However, in all candor, it may be that the apparent clarity perceived by the court comes about from a little more than the "plain language" of the Act, and is probably informed to some extent by research into its background and legislative history. That process pretty well exposes the purpose and intent of Congress. The objective was to extend the Davis-Bacon Act coverage to employees on a construction contractor's payroll working on a government contract and at the same time to withhold coverage from employees of concerns and establishments not under government contract (independent manufacturers and material suppliers).
The legislative history clearly reveals these purposes of the Act, and it appears to the court that the language of the Act adequately reflects them.
The court's decision in H.B. Zachry Co. v. United States, 170 Ct. Cl. 115, 344 F.2d 352 (1965) as a "logical extension of the congressional intent to exclude employees of materialmen from the coverage of the Davis-Bacon Act" is a bit more difficult to understand than the dissent in that case. However for purposes of this court's analysis it appears that Zachry is inapposite. In Zachry the court was concerned with the status of employees of an independent hauling contractor rather than the employees of the prime government contractor as is the case here.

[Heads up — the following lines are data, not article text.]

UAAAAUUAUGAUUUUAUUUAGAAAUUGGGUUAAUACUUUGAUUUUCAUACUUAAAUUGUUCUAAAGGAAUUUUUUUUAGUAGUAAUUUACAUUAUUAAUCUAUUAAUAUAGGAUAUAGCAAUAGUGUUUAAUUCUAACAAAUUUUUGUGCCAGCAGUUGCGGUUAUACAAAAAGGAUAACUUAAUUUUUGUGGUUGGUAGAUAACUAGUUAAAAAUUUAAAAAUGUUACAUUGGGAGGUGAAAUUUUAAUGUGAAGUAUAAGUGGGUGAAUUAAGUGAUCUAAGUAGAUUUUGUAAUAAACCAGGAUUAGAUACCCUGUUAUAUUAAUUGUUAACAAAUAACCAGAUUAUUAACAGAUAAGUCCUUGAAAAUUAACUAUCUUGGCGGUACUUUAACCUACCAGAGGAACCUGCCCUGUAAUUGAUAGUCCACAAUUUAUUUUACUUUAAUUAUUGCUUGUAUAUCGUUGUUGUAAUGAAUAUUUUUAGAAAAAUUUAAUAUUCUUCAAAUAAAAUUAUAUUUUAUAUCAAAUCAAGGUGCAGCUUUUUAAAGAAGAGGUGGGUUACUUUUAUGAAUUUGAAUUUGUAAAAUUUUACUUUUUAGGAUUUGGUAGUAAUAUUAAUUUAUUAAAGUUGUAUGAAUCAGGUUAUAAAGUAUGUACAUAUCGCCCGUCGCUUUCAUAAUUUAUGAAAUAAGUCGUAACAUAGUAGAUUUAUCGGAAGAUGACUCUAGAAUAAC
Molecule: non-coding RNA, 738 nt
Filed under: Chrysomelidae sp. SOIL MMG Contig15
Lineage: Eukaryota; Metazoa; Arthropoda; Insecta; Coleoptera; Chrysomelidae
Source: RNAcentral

And the Zachry court emphasized "that our decision is limited to the facts of this case." Zachry, 344 F.2d at 361. The drivers of Midway's trucks in this case are in no sense of the term employees of materialmen or suppliers. Nor can it fairly be said that they functioned as materialmen or in the materialmen's interest.
As a matter of fact, adopting Midway's theory would have the effect of amending the Davis-Bacon Act and the related Acts so as to apply the wage provision to all of the contractors' employees working on government jobs except those who transport "materials and supplies to or from the building or work." Nothing in the language or history of the Act suggests that this was contemplated, and such an interpretation promotes none of the objectives of the legislation.
While it is clear that Congress did not intend to include employees of independent suppliers and materialmen under the wage provision umbrella of the Act; it is equally clear that Congress had no intention to exclude anyone from that coverage for whose benefit the Act was passed, i.e., construction workers employed by government contractors. To do either would frustrate Congressional intent as reflected in the statute and its history.
At best, it might be said that the divergent views of the parties and the court as to the intended meaning of the Act as it relates to these facts are indicative of ambiguity in this regard. Assuming that this is the case, it cannot be concluded that the Secretary's regulation is inconsistent with the Act; that is to say, not based on a permissible interpretation of the statute.
Thus, it appears to this court that the Secretary's regulation is entirely consistent with the statutory objective of the Davis-Bacon and related Acts.